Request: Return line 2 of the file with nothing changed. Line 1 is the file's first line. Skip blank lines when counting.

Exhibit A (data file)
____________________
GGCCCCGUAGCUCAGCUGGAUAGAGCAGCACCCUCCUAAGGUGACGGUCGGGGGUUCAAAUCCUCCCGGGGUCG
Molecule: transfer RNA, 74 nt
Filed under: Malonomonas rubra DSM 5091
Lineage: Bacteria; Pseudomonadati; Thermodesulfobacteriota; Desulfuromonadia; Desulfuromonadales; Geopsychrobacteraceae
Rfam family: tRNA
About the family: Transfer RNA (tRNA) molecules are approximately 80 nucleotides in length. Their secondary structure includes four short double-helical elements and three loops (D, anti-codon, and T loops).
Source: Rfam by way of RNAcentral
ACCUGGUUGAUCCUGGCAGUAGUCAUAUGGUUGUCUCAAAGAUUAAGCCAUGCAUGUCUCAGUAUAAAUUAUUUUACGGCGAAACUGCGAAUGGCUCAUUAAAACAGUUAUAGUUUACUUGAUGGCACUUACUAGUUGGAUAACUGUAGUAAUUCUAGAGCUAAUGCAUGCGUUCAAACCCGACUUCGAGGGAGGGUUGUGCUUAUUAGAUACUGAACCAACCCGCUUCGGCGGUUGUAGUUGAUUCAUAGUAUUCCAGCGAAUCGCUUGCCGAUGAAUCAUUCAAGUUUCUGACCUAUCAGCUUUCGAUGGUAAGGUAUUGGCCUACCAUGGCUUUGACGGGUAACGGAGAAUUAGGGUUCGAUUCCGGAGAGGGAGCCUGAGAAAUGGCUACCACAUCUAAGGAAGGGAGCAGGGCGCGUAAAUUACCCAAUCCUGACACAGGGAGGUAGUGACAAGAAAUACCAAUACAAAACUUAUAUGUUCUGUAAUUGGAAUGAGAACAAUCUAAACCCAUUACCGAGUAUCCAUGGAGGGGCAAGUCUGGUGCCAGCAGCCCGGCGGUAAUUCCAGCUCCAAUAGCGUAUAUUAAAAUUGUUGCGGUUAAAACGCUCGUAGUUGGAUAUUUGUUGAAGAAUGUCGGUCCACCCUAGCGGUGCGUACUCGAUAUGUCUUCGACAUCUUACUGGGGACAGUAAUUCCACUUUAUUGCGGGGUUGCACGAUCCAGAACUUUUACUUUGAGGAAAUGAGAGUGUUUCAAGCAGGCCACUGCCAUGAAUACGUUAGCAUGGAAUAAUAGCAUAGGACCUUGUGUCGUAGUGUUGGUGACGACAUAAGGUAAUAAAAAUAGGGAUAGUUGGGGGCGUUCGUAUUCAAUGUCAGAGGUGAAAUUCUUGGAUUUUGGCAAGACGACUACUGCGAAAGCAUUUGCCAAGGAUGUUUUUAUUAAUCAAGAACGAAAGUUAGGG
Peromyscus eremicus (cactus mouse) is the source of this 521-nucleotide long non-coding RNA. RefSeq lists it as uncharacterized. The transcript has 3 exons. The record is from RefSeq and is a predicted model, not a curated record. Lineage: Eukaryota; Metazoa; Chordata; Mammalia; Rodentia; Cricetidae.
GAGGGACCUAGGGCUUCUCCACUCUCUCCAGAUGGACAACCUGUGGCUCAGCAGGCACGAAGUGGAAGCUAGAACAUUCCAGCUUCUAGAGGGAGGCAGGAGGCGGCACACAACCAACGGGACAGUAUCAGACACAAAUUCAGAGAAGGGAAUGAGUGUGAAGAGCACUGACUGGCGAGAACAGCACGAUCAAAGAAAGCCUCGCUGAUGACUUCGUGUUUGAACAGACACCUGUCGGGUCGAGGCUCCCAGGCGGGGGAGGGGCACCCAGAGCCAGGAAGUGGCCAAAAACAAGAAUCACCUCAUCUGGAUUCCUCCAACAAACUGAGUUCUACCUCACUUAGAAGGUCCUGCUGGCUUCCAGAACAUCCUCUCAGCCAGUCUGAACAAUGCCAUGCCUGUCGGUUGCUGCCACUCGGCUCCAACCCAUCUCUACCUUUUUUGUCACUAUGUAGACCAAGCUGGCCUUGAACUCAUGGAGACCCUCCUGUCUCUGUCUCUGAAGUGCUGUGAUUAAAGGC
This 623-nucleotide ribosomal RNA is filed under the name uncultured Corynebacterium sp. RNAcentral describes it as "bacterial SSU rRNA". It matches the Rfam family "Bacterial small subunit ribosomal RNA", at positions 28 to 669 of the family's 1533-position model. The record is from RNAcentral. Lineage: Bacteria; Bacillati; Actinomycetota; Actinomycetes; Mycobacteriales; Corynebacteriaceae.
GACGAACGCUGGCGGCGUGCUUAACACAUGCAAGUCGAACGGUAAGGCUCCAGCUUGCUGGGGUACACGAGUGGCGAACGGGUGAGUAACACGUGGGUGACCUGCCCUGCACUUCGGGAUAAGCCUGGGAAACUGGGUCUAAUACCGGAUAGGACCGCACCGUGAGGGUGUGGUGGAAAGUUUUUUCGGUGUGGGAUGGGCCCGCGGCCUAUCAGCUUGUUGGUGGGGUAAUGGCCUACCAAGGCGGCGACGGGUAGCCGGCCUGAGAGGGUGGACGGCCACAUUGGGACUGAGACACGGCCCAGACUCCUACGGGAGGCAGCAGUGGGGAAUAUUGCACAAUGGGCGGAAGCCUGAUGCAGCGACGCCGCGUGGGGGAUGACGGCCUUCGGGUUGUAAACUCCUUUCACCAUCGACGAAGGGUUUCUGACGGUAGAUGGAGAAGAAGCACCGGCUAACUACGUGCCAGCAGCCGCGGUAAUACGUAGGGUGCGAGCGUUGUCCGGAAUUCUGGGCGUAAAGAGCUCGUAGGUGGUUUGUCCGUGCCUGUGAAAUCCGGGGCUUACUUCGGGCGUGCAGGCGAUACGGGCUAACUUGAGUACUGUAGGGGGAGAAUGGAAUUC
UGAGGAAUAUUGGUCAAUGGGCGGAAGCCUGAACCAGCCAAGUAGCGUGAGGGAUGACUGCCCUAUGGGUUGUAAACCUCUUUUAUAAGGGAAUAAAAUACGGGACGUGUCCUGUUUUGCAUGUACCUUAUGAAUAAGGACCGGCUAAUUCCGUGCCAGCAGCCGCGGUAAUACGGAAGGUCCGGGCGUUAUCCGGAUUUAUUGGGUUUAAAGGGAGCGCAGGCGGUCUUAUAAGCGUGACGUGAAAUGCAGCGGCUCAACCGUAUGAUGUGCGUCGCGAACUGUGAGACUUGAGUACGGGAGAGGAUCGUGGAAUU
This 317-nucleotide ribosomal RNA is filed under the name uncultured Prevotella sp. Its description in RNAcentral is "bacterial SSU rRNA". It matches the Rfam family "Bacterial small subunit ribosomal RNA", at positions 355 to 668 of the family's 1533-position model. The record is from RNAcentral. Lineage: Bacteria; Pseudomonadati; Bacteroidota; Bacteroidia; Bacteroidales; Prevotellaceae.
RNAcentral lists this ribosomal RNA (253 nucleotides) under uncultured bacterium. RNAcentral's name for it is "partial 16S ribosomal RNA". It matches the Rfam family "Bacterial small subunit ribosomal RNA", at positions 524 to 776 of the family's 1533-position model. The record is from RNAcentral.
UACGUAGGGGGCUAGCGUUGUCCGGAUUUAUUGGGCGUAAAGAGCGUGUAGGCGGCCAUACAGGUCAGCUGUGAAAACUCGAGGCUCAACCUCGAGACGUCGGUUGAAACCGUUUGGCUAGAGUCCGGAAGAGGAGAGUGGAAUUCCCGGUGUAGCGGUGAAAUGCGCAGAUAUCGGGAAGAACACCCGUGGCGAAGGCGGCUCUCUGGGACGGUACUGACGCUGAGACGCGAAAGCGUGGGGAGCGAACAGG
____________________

Molecule: transfer RNA, 74 nt